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Motivated to use sinusoidal stake


#1

With the recent favorable review of our delrin cross pein hammer for
sinusoidal raising in Jewelry Artist Magazine, we have been
motivated to get serious about adding some sinusoidal stakes to our
product line.

So I have some questions for you sinusoidal stake users out there.

1 - Is the crest part of the stake used for forming? The way I have
seen them used the work is always being done in the bottom of a wave
not the top. If the top section is used it is a frequent use,
occasional use, or a rare use?

2 - On metal stakes the diameter/width of the stake tapers from one
end to the other. On the wood/plastic stakes I have seen the width is
the same over the length. Is there an advantage to have the taper
over the length and if so what is it.

Thanks in advance for helping us understand a sinusoidal stake
better.

Tim
A2Z Corp
www.A2ZCNC.com


#2

Hello Tim, I will attempt to answer your questions, although others
may have different experiences:

  1. I only use the inside or bottom curve for anticlastic raising.

  2. I find the taper on the steel helpful when I am making smaller
    items because it fits the piece better. With my homemade
    polypropylene, I filed down a slight taper to make it smaller and
    rounded on the curves. The problem is that it is not as strong, and
    losses strength if it is too narrow and small.

Hope that is helpful.


#3

I’ll throw in my pennies on this one.

The leading and trailing curves (perpendicular) on a sine stake
allow for easier forming when you are doing anticlastic raising the
slight degree of the perpendicular curve of the stake allows for a
shallow resisting surface so you can slowly work your longitudinal
curve into the piece. Not sure if there is an ideal taper ratio for
this, hopefully someone out there with more experience than I, can
offer an opinion in that regard.

An advantage to the steel sine stake vs the wooden or nylon troughs
is that you can also use a steel hammer and peen the piece, rather
than simply bougeing the piece.

It’s been a while, but I remember using the top of the curve for
more complicated shapes (ones with synclastic and anticlastic
surfaces) but this would fall under the infrequent to rare use rather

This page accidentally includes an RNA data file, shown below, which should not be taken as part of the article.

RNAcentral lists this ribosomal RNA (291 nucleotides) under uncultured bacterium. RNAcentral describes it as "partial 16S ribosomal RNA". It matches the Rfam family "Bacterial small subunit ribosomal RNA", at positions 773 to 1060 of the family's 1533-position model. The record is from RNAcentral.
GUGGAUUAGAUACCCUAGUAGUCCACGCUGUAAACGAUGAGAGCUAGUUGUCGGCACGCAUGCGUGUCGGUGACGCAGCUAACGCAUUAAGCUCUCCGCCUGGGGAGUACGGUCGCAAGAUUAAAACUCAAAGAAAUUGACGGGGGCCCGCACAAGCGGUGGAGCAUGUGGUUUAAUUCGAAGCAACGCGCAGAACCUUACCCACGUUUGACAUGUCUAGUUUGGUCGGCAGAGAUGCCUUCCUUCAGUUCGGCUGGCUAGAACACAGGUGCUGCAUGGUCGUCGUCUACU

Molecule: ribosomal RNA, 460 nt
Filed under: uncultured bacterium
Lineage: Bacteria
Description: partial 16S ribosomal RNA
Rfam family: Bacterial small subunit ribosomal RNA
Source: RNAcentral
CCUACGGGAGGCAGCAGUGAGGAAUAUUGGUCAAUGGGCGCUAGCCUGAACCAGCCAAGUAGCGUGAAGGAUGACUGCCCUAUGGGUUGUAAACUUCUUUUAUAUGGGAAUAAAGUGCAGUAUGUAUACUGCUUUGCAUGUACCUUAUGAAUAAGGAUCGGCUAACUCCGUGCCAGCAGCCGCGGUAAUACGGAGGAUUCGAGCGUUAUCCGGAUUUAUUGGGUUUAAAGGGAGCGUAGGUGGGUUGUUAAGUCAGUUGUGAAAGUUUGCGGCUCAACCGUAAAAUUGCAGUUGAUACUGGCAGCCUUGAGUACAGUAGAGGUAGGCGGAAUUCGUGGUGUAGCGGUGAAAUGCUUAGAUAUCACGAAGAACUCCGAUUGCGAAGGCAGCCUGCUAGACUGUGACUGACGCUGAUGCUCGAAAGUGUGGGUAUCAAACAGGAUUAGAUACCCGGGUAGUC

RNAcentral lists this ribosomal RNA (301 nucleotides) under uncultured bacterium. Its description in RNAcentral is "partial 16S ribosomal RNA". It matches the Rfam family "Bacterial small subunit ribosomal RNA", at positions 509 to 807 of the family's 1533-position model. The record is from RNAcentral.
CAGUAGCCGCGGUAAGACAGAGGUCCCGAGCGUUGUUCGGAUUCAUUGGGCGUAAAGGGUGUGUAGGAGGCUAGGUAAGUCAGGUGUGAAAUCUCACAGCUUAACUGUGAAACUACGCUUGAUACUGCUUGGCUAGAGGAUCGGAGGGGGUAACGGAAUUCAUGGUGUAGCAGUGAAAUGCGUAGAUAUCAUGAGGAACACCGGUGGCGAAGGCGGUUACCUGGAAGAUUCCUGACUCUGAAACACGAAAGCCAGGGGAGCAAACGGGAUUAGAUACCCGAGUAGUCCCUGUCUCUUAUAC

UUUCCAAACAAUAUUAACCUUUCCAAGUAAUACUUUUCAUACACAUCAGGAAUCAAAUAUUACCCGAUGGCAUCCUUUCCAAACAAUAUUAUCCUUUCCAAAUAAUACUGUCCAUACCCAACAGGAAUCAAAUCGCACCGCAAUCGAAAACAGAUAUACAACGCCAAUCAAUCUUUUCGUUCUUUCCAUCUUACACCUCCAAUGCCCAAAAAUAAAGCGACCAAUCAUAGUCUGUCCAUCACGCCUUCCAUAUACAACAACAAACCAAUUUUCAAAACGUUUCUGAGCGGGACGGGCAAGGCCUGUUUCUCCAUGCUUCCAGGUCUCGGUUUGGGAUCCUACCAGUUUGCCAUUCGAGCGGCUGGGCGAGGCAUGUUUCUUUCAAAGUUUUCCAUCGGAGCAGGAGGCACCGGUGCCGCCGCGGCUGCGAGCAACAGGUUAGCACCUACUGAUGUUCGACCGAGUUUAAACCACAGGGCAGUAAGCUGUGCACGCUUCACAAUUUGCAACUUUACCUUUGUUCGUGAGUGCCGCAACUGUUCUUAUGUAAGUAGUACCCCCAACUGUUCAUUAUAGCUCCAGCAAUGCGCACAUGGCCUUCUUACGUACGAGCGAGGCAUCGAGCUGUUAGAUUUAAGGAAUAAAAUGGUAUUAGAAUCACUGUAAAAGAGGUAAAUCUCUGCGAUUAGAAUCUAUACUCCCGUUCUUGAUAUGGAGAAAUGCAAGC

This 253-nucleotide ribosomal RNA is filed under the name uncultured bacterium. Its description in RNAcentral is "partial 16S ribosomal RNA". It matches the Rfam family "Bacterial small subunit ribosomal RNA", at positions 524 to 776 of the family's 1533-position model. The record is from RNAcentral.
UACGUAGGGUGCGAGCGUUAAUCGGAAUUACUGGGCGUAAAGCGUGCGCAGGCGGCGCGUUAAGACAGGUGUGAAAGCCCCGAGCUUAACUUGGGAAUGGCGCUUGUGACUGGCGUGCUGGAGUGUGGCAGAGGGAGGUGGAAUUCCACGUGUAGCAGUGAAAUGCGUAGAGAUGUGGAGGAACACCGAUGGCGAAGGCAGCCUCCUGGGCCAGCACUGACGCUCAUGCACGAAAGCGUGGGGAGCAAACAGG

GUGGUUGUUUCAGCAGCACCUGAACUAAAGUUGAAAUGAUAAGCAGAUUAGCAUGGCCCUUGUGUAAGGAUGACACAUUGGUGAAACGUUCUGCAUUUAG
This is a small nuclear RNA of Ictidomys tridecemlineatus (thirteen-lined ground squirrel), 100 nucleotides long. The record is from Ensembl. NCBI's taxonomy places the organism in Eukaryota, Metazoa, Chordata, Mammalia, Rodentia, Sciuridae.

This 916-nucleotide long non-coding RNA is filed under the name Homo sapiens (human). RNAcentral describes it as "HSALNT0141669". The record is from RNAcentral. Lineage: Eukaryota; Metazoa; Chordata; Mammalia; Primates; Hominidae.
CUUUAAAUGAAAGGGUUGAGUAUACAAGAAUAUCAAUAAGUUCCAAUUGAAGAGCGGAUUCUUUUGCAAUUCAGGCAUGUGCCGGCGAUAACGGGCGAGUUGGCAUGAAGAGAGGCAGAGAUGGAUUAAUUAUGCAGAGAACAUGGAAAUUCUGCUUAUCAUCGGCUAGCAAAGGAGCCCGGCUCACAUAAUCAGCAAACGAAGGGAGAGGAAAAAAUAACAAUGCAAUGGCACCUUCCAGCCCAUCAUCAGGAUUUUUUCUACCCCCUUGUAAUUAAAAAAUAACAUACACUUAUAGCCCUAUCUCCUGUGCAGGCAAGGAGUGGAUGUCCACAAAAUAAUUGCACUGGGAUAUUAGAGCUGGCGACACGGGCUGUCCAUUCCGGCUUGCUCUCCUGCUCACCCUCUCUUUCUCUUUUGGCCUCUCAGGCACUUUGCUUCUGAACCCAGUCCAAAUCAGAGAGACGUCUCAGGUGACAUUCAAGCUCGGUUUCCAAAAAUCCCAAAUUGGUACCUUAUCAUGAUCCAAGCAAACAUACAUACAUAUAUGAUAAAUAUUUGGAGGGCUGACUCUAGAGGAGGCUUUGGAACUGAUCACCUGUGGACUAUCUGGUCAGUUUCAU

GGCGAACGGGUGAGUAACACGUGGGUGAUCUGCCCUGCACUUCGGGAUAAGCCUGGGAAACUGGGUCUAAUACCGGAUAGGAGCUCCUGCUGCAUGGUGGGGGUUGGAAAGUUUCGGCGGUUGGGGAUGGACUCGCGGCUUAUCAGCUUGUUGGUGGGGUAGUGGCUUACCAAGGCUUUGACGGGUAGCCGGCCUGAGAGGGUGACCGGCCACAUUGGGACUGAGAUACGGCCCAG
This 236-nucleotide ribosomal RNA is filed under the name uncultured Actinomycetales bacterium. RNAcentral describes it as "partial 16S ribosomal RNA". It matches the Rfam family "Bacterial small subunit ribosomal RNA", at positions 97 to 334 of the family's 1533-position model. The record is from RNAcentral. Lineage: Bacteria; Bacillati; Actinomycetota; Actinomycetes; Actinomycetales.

than the common day to day.

Hope this helps,
Jon P


#4

Hi Jon

An advantage to the steel sine stake vs the wooden or nylon
troughs is that you can also use a steel hammer and peen the piece,
rather than simply bougeing the piece. 

I am very much a newcommer to anticlastic raising work and looking
for the appropriate sinusoidal stake/s. I had assumed, from what I
have read, that I would need a nylon or wooden stake to work with
metal hammers. So I am intrigued about your comments re peening or
bougeing the piece. Could you explain a little more about these
techniques - do I need both/all three?! (I have recently invested in
a set of Fretz forming hammers)

I have looked for sources of nylon or wooden sinusoidal stakes
online but not yet found any supplier. Can anyone put me in touch
with one - anywhere! It has also been difficult to find a metal
sinusoidal stake that anyone has in stock - so that has been somewhat
frustrating too!

very best wishes
Judy, France


#5
I have looked for sources of nylon or wooden sinusoidal stakes
online but not yet found any supplier. 

I would check with

http://www.allcraftonline.com and reactive metals.

Elaine


#6

I could not find any sinusoidal stakes at allcraft’s site; I know
that they had metal stakes in the past. I bought my metal stake from
Otto Frei. I have not seen nylon/wood stakes for sale. When I made
my plastic stakes, I was taking a class at a university, and used the
recommendations of the instructor, who was a former Seppa grad.
student. He recommended polypropylene instead of nylon or wood. You
can get a pattern for the shape in the book Metaltechnic in the
section by Michael Good. I learned a lot from making some of my own
tools; it made me feel more comfortable adapting adjusting tools so
that they do more of the things I want or need.

Melissa Stenstrom


#7

Melissa: Allcraft has two sinusoidal stakes available, but they are
not on the website–I just ordered one about a week ago: haven’t
received it yet. Call Allcraft and talk to Teva.

Pat Zmuda